A serial entrepreneur with 3 companies under his belt (two acquired), Robert Luo, CEO + Founder of Mi Terro, began with making duffle bags out of corks and ocean plastic. The newest product in the green fashion lineup? A t-shirt made from spoiled milk.
In creating his own biotech company that creates protein fiber from milk waste, Robert has built a company with the potential to revolutionize two of the largest industries in the world— fashion and food waste. Robert is constantly innovating and looking for what’s next. There are undoubtedly big things on his horizon. I had the opportunity to have a Q&A session to share his extraordinary story.
Let’s kick it off with a quick summary of Mi Terro. What’s Mi Terro’s elevator pitch?
Mi Terro takes food waste and turns it into biodegradable, sustainable fiber that can be used to replace plastic.
Are you more of an environmental activist turned entrepreneur or has entrepreneurship always been a part of your lifestyle? When did it really set in?
I’m always looking for ways that we can help our environment and have a big social impact. There were so many companies creating bags using alternative materials. I wanted to do something different. We began with our bag- the world’s first premium cork duffle suitcase that used the leather-like properties of cork and recycled plastic. Then, we launched a Kickstarter campaign for our milk shirt, and it was fully funded in 2 hours. We were so happy that people from 20+ countries are taking action on reducing global dairy waste.
2 hours! How in the world did you come up with this?
It was awesome— we didn’t expect to be that fast. And it was just the beginning. I started to look for the next big problem that we can solve. Then I went to my uncle’s dairy farm in China in 2018, and I saw buckets and buckets of spoiled milk. Their buyer switched to a different supplier, meaning now he wasn’t able to sell the milk. So, he couldn’t make money AND he had buckets of spoiled milk just sitting there. He asked me, “is there a way that we can sell this spoiled milk?” That’s where it began.
What’s a piece of advice you’d give to younger you when you jumped into the startup industry?
When I started my first business, I lost 10 pounds in one month. It was so stressful. I’d say build relationships early on. When many entrepreneurs start a business, they don’t have many resources. Leverage the existing connections those that have helped them start a business- either financially, or mentally helped them out. Build connections and be humble. Meet people and be open-minded.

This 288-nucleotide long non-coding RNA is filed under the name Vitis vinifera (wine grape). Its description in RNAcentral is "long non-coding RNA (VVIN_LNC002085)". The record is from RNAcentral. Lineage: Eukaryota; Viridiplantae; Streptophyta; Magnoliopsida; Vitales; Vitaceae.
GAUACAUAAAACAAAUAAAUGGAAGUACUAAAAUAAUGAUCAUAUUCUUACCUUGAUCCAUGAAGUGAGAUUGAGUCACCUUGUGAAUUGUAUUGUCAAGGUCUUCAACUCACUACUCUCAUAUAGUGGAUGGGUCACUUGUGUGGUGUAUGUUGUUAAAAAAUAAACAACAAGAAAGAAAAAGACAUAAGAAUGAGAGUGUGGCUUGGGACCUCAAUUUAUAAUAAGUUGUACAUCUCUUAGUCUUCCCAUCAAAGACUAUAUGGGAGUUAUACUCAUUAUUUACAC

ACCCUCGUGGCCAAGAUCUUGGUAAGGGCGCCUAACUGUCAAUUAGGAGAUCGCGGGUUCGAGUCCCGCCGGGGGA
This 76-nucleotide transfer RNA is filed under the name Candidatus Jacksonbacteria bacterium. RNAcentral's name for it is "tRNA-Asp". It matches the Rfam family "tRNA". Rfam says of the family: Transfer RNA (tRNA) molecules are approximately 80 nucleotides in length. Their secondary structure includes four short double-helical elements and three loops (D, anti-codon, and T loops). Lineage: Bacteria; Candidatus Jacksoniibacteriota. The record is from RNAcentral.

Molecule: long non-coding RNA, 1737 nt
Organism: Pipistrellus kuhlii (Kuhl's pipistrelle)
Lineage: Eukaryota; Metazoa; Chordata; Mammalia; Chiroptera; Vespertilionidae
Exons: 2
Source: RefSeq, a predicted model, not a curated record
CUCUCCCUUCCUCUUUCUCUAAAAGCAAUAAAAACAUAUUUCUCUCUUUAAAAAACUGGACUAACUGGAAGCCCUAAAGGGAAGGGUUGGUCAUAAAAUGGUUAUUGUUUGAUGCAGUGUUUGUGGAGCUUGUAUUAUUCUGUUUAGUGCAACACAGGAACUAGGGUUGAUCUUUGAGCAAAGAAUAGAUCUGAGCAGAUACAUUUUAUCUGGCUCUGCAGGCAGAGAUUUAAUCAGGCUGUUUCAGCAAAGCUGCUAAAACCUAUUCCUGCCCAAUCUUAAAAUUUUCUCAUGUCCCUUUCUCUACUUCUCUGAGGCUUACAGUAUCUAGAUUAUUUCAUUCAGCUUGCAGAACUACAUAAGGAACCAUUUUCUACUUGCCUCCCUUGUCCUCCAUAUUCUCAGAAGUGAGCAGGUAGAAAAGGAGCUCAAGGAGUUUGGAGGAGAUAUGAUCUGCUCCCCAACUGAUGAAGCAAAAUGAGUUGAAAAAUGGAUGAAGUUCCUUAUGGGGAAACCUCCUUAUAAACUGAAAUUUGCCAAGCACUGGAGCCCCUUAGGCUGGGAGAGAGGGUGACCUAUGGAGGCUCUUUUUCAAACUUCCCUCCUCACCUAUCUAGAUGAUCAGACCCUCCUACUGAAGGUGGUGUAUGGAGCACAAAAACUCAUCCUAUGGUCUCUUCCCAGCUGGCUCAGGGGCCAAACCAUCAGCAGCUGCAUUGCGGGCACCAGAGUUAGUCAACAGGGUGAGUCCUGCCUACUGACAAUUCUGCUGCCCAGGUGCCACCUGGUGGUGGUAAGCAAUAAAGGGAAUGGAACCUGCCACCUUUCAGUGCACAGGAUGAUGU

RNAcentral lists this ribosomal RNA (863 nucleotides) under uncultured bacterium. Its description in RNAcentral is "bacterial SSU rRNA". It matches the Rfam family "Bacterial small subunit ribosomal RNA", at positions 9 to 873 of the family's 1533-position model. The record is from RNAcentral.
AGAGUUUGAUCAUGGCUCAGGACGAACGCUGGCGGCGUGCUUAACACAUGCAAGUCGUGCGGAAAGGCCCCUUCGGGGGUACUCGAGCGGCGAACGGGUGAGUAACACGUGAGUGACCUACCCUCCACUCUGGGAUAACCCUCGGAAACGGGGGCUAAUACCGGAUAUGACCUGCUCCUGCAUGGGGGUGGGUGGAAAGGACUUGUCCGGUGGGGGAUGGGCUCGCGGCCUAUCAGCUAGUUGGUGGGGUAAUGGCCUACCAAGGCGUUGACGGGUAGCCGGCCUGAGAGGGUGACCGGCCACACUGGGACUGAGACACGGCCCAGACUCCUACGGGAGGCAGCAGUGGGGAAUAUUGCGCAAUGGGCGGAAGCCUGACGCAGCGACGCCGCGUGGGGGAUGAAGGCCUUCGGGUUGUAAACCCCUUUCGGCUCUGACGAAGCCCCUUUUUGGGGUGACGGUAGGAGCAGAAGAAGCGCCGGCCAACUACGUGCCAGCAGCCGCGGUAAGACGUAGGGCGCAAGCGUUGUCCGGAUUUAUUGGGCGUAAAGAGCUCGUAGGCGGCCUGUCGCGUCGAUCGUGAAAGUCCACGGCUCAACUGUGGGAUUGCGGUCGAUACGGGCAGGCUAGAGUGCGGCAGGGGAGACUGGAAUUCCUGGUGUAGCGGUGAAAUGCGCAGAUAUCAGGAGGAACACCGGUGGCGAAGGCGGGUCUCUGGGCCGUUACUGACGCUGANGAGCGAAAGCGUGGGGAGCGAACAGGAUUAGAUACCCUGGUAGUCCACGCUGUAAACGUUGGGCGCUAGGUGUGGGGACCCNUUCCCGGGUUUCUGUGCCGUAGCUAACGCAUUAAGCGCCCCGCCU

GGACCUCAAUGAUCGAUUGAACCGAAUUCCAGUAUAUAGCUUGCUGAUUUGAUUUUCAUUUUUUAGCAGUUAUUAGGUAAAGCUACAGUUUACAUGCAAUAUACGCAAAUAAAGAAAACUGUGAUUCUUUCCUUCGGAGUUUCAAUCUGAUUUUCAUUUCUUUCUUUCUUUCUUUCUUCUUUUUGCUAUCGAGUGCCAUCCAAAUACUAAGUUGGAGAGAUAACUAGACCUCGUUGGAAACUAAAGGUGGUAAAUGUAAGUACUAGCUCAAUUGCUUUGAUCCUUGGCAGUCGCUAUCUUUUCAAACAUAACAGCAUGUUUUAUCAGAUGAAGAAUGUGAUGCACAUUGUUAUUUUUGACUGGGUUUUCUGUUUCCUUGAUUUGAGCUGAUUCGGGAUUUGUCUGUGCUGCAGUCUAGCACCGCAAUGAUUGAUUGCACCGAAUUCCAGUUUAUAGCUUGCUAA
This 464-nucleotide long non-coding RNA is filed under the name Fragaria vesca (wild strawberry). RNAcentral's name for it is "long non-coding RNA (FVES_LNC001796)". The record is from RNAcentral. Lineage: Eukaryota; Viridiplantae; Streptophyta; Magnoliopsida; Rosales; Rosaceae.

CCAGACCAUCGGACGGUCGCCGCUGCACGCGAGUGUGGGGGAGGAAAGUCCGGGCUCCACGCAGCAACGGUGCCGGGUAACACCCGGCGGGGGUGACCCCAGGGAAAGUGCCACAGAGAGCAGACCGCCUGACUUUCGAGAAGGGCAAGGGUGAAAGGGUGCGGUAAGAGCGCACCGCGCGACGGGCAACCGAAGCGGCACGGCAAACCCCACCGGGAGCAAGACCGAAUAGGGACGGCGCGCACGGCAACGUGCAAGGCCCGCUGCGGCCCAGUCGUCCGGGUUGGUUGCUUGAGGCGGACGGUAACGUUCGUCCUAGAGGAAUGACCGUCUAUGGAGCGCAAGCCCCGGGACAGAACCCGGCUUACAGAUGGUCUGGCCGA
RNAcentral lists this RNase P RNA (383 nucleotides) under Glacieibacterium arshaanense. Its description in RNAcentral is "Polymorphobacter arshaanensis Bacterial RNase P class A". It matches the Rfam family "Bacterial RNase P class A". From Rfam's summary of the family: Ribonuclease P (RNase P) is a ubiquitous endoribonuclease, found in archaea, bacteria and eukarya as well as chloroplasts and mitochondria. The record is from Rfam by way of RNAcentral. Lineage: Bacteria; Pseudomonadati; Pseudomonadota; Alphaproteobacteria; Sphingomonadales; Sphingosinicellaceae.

How did you pitch investors? What got the most reaction?
Investors like the fact that we’re reducing food waste and turning food waste into a product. Plastic is another trigger point for our investors— and it goes beyond investors. When we speak with our partners, we want to solve problems that are huge to them.
Who’s wearing the Mi Terro shirt? Are there any brands repping the milk tee?
We’ve gotten interest from big fashion brands and textile companies. I can’t name them right now because I need approval. But, the biggest athletic wear brand you can think of has purchased our fiber t-shirt to do more testing. We’ve also signed LOI’s with several big names out there as well. One of them is a yoga brand. You can figure it out [laughs].
It sounds like you’re always innovating and looking for opportunities for growth. What’s next?
Once the technology is ready, we want to start supplying and generating revenue from the B2B part in addition to B2C. We want our tech to have a wider impact, not just from milk waste, but other types of protein. We want to also explore beyond fashion, beyond textile, also into packaging. We’ve started a second technology that turns whey protein— the byproduct of yogurt and cheese— to replace the plastic packaging.
EXCLUSIVE OFFER FROM MI TERRO:
July is National Ice Cream Month! On theme with the brand, Mi Terro is offering 35% off for the entire month of July. The discount automatically applies at checkout.
Find Robert on LinkedIn and follow his journey solving unique world problems in dedicating his efforts to end food waste.